The natural world is the greatest source of excitement; the greatest source of visual beauty, the greatest source of intellectual interest.
(Sir David Attenborough)
BISP is fortunate to be located in a large open area of outstanding natural biodiversity, overlooked by hills covered with vestiges of rainforest. Its location ensures a clean atmosphere with excellent air-quality for the students who are also fortunate to be able to make use of 44 acres of largely grassed sports fields and more formal gardens.
The school has adopted a policy to ensure that trees are in abundance across the campus with currently over 1500 trees, and with more planting taking place each year. The campus site provides a rich habitat for many species of fauna to thrive and this in turn provides a background to a unique and exceptional learning environment.
The most common campus birds include: mynas; coppersmith barbets; red-mottled plovers, hoopoes; bee-eaters; Indian rollers; kingfishers; egrets; Chinese pond herons; ioras; orioles; Brahminy kites; coucals, drongos…
Among our successes in 2018-19 year are the following:
- Second annual Eco Week event;
- First eco-newsletter produced by the students;
- Eco raft race to raise awareness about plastic waste;
- Reduction in plastic waste produced at school events like the Flying Fish Meet and International Day;
- Beginning of a campus flora signage project.
- Happy Green World Project – a Sustainable Resource Book for Children in Thailand
Happy Green World (HGW) is an international programme on waste and recycling aimed at children. The programme is currently running in a number of other countries and translated into multiple languages. A group of students, as their IB CAS project, translated materials into Thai and distribution to local Thai children has started. This project has been supported by the Tourism Authority of Thailand.
Birds of BISP
Photos courtesy of Matt Wilson, BISP Languages teacher.
This distinctive bird can be recognised by a unique call that sounds like a coppersmith hitting metal with a hammer. It can be found carving out a hole inside many of the school’s trees in order to build a nest. The barbet will mostly eat fruit and berries however has been seen to eat insects, especially winged termites.
A distinctive bird, the adult white-bellied sea eagle has a white head, breast, under-wing coverts and tail. The upper parts are grey and the black under-wing flight feathers contrast with the white coverts. The loud goose-like honking call is a familiar sound around Phuket, particularly during the breeding season; pairs often honk in unison, and often carry on for some time when perched.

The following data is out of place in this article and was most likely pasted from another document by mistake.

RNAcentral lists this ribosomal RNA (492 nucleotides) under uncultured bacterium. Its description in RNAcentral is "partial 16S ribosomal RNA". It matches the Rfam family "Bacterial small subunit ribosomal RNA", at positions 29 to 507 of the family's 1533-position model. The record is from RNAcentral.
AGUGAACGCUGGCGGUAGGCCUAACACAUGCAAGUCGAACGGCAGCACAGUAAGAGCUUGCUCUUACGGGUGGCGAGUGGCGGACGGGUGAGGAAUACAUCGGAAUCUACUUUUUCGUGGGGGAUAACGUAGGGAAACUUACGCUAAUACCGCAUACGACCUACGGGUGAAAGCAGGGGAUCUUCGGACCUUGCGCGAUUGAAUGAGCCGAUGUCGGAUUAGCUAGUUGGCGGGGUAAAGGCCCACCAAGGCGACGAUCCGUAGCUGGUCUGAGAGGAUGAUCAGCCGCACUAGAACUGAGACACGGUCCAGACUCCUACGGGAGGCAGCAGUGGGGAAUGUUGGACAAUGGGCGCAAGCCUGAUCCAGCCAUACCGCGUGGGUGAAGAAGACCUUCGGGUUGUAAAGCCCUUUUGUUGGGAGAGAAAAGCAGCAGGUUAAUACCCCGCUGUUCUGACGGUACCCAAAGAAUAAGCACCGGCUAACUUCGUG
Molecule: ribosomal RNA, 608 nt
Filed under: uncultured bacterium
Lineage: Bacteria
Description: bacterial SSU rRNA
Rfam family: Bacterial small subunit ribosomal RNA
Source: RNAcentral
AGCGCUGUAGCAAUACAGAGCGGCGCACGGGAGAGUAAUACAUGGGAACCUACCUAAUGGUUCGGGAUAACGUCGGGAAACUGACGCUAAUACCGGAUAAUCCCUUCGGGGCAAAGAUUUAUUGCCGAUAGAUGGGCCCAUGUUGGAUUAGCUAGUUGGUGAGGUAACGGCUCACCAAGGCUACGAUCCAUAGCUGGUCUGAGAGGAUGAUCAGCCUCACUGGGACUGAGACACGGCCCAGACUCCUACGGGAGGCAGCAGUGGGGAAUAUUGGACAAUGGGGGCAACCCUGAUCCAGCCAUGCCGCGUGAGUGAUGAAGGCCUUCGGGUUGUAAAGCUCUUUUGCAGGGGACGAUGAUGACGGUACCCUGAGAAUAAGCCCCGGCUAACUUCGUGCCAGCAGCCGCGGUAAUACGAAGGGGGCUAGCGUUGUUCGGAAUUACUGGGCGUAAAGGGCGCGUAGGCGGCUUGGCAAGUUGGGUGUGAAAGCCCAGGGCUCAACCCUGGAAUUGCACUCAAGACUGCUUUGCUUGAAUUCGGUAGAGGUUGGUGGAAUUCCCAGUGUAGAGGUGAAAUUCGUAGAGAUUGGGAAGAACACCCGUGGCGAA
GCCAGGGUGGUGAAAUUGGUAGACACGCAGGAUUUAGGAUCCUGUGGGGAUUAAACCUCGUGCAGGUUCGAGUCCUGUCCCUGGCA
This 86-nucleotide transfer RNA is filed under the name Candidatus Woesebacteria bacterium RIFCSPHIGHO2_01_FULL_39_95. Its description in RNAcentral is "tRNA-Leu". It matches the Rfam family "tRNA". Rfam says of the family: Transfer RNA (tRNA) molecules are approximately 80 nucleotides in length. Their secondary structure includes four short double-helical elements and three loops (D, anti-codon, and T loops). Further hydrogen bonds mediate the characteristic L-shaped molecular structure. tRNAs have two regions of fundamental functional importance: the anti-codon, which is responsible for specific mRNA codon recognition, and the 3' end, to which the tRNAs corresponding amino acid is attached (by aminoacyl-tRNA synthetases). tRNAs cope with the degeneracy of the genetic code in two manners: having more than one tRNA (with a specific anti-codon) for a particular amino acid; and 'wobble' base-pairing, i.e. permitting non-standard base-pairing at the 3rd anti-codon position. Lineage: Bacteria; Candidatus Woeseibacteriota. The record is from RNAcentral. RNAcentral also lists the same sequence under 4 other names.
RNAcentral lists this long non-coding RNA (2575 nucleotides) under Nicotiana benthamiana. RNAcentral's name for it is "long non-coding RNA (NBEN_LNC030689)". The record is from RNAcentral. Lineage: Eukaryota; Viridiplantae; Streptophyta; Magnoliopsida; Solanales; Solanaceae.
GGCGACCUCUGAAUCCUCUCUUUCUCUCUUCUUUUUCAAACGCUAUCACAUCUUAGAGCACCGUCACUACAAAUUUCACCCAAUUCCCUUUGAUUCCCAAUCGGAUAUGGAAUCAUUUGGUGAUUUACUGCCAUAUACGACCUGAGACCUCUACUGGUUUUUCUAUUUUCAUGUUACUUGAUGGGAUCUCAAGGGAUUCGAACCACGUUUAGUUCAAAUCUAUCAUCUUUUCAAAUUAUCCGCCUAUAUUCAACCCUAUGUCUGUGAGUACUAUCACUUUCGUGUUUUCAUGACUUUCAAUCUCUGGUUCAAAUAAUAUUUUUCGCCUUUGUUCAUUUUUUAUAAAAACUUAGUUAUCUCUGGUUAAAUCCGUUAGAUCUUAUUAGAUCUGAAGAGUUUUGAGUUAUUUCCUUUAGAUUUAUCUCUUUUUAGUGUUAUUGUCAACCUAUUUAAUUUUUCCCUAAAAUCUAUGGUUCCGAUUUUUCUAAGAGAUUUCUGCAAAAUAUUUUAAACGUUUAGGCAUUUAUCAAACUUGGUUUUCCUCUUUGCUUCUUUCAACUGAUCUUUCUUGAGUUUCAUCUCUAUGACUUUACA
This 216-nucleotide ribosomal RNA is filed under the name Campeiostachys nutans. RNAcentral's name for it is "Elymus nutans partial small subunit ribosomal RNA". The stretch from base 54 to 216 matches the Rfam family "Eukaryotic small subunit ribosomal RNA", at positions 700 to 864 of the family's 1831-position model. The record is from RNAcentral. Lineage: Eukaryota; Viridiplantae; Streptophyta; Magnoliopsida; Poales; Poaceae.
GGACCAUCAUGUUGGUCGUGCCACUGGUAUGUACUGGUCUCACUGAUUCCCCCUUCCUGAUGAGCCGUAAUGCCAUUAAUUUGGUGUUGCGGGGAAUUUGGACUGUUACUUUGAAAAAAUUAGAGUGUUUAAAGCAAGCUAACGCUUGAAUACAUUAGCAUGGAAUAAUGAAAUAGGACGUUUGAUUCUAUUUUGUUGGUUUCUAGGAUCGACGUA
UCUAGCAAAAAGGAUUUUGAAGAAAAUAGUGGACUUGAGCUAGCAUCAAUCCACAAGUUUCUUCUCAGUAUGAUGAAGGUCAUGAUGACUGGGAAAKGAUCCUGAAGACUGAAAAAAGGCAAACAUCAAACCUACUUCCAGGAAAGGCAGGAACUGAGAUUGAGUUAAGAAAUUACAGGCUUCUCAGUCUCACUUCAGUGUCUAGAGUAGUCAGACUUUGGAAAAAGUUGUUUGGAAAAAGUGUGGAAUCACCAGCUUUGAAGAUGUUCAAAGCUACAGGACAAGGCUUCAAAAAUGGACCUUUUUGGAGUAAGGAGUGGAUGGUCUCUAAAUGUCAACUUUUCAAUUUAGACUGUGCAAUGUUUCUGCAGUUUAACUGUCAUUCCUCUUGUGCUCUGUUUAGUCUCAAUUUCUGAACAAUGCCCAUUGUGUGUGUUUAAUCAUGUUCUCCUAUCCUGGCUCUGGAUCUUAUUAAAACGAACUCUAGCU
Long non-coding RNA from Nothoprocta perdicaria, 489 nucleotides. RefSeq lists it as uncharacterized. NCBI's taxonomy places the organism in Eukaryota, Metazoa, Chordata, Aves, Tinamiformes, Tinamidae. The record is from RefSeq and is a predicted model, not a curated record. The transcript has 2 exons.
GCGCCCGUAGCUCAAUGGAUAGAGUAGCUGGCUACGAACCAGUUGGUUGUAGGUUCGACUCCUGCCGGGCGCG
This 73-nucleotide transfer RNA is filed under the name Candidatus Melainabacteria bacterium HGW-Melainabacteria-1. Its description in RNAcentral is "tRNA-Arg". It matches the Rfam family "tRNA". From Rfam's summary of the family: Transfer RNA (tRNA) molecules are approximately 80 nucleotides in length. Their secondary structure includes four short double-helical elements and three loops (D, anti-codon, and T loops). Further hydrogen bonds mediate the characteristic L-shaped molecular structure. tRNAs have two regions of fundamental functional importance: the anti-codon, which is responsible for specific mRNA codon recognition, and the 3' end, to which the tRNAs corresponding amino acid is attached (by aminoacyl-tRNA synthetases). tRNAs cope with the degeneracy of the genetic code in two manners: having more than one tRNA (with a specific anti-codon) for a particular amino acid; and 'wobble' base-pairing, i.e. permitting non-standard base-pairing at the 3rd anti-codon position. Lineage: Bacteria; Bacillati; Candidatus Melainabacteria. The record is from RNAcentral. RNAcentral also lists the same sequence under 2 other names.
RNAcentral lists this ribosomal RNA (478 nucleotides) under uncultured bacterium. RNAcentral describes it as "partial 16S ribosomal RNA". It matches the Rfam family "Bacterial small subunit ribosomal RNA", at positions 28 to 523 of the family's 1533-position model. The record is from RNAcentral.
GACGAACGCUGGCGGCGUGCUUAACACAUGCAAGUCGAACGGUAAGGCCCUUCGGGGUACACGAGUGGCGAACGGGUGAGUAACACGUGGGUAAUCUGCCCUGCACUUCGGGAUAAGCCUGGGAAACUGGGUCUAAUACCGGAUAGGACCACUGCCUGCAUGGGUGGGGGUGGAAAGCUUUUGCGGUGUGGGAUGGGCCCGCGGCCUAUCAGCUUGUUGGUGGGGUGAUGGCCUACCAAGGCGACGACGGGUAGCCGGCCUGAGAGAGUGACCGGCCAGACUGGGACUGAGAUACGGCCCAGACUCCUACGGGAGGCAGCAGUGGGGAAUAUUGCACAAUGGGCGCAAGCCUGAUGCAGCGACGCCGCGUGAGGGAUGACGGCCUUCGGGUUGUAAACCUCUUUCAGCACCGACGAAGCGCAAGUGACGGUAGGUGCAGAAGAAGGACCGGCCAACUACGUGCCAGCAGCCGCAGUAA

This kingfisher is a resident over much of South-East Asia and can migrate through the Indian subcontinent, although some populations may make much shorter journeys. It can often be found well away from water where it feeds on a wide range of prey that includes small reptiles, amphibians, crabs, and even small rodents. During the breeding season they call loudly in the mornings from prominent perches including the top of the main teaching building or on the utility wires around the campus.
The Chinese pond heron is typically 47 cm long with white wings, a dark yellow bill with a black tip, yellow eyes and legs. Its overall colour is red, blue and white during breeding season, and greyish-brown and flecked with white at other times. It is found in shallow fresh and salt water wetlands and ponds in subtropical East Asia. Essentially a lowland bird, Phuket is a perfect environment for this species as a history of tin mining has left many pockets of fresh water quarry pools where the heron can hunt for its prey, which includes insects, fish and crustaceans.
This kite, also known as the red-backed sea-eagle in Australia, is a medium-sized bird of prey, which also includes many other raptors, such as eagles, buzzards, and harriers. They are found in the Indian subcontinent, Southeast Asia, and Australia. They are found mainly on the coast and in inland wetlands, where they feed on dead fish and other prey. Adults have a reddish-brown body plumage contrasting with their white head and breast which make them easy to distinguish from other birds of prey. One particular kite is resident to the skies above BISP and can even be seen investigating our bistek drone as the students practise aerial photography.